Typically, homeless camps are not an issue in Keizer.
Recently, however, such an issue arose at Wallace House Park, off Rivercrest Drive at the south end of town.
Officers with the Keizer Police Department got several complaints about transients camping in the park last month. Lt. Andrew Copeland led the effort in dispersing the camps.
“It’s not just one or two guys,” deputy chief Jeff Kuhns said. “There’s been a pretty good number of people taking up residency in the last couple of months. I’ve never heard of any problems prior to this year. It’s not usually a problem here in Keizer.”
In late August, officers posted 12 no camping signs and several eviction notices. At the time, about 10 different transient camps were found in the park boundaries. Copeland noted city staffers Elizabeth Sagmiller and Robert Johnson are working on a plan to clean up some of the underbrush in an effort to make the area less appealing to transients.
“Most of our parks are located in residential areas and are pretty open to the public,” Copeland said. “If someone set up a tent in 90 percent of the parks, we’ll know about it. Wallace House is in the south part of town, with a lot of wooded area. A lot of the area will take you to the river or the south.”
Copeland said nearby residents started noticing the issue when observing transients washing clothes in the park’s drinking fountain.
“We contacted a couple of people and walked down the other trails,” he said. “That led to finding several transient camps dispersed over the south part of the park. With eight to 10 separate transient campsites come issues like garbage and feces. Whether into the river or the woods, it’s going somewhere.”
While walking through the park trying to find how many camps there were, Copeland ran into a couple down on their luck.
“They are the kind of transients you want in your city,” he said. “They are respectful, polite and courteous, clean up after themselves and are seeking employment. They have nowhere else to go. They are trying. They have made mistakes that got them into this situation, but they are working to get back to where they can sustain themselves.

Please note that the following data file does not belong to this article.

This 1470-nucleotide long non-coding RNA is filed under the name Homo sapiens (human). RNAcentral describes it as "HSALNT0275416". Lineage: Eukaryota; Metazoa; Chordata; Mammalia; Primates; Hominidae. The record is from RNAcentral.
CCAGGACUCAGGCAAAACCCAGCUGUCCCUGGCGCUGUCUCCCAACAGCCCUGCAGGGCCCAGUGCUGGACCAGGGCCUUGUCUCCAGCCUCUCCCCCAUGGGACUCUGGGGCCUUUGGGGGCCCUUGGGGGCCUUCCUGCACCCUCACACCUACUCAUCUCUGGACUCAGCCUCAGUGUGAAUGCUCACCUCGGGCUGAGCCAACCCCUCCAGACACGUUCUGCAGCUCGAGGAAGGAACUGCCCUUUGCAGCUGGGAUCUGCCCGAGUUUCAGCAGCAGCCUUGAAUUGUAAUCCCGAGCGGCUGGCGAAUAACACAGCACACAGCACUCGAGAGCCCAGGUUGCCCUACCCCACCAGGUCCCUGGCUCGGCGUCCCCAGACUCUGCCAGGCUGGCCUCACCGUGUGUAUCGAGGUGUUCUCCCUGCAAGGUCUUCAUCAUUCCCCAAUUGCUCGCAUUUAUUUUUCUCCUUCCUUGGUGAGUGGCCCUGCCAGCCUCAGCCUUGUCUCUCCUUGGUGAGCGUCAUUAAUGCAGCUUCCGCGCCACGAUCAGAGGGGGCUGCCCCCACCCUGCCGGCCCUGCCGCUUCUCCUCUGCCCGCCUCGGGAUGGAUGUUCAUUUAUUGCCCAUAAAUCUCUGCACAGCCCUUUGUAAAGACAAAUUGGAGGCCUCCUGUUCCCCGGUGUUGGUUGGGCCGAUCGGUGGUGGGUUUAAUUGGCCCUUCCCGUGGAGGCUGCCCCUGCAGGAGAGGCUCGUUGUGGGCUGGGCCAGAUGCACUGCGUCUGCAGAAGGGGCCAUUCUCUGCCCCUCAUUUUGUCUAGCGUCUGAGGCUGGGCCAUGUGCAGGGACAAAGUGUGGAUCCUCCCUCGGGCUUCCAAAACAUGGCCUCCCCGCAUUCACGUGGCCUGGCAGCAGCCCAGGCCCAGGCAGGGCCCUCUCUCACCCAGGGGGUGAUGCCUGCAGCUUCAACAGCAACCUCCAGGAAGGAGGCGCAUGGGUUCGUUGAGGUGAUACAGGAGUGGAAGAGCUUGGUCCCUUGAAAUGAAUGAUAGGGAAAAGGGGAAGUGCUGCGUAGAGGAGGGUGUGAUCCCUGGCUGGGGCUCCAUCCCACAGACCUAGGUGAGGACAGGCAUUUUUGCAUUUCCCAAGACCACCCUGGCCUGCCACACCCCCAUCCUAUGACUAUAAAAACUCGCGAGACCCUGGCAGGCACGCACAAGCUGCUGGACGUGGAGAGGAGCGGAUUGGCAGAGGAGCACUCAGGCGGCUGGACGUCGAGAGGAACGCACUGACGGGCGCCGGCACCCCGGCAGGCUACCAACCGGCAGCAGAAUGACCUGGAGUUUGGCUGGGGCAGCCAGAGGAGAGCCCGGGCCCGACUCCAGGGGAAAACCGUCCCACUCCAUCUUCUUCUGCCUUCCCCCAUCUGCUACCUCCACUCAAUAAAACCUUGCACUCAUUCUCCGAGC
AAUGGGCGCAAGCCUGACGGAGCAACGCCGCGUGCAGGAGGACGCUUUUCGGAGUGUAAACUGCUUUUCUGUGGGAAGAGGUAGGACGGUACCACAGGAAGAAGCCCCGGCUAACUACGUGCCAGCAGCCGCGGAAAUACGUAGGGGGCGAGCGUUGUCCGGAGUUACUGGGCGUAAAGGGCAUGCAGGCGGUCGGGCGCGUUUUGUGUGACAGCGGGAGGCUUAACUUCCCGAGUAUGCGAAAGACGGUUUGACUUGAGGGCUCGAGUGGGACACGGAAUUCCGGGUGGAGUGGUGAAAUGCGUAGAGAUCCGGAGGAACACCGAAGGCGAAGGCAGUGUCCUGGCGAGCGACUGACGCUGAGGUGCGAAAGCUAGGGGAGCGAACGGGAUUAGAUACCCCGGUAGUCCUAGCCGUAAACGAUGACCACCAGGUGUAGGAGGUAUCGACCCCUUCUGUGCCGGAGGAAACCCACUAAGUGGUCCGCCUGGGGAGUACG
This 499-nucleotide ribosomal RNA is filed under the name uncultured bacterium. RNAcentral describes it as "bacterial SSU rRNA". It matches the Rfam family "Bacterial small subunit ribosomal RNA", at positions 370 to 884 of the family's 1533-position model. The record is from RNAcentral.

“The ones we’re concerned about are the ones using drugs in the park, mentally unstable ones that are a danger to others, bring garbage sacks of property, break into cars and sell items for drugs, alcohol and food,” Copeland added. “Those are the ones we don’t want.”
Recently, Copeland made an arrest in the park that highlighted concerns.
“This guy had a warrant, ran and got tackled,” Copeland said. “He got tackled on the river’s edge. He’s doing drugs. There are 10 to 15 kids playing on the playground with five or six moms watching us. It’s those type of livability issues we’re trying to combat. I don’t want kids to see a transient come up drunk or abusive, or to see an altercation. I don’t want people to think that.”
Copeland heard from one neighbor who made changes based on the transients.
“After she witnessed transients several times, who seemed to be following them, she’s no longer allowing her kids to play in the park because she no longer feels safe,” Copeland said. “That was sad to hear, because it’s a safe park. We’ve had nothing in the park; it’s just down below. It’s not in the playground area. But the perception is of transients coming back up. If someone perceives a safety issue, to them it is true.”
One concern for Copeland is the environmental impact, especially with wetter fall weather likely just around the corner.
“When the rains start to come and the water starts to rise, where these camps are, all the garbage and property left will get washed into the river,” he said. “That’s an environmental hazard at this point. There are a lot of nasty, dirty clothes, beer bottles and torn sleeping bags. The main issue now is getting the garbage out before it is washed into the river. It will be a large effort.”
Copeland is hoping to work with the two neighborhood associations in Keizer, especially the West Keizer Neighborhood Association due to the proximity.
“We would need probably 20 to 25 people doing cleanup,” Copeland said. “We would provide a dumpster. We want to get a group going.”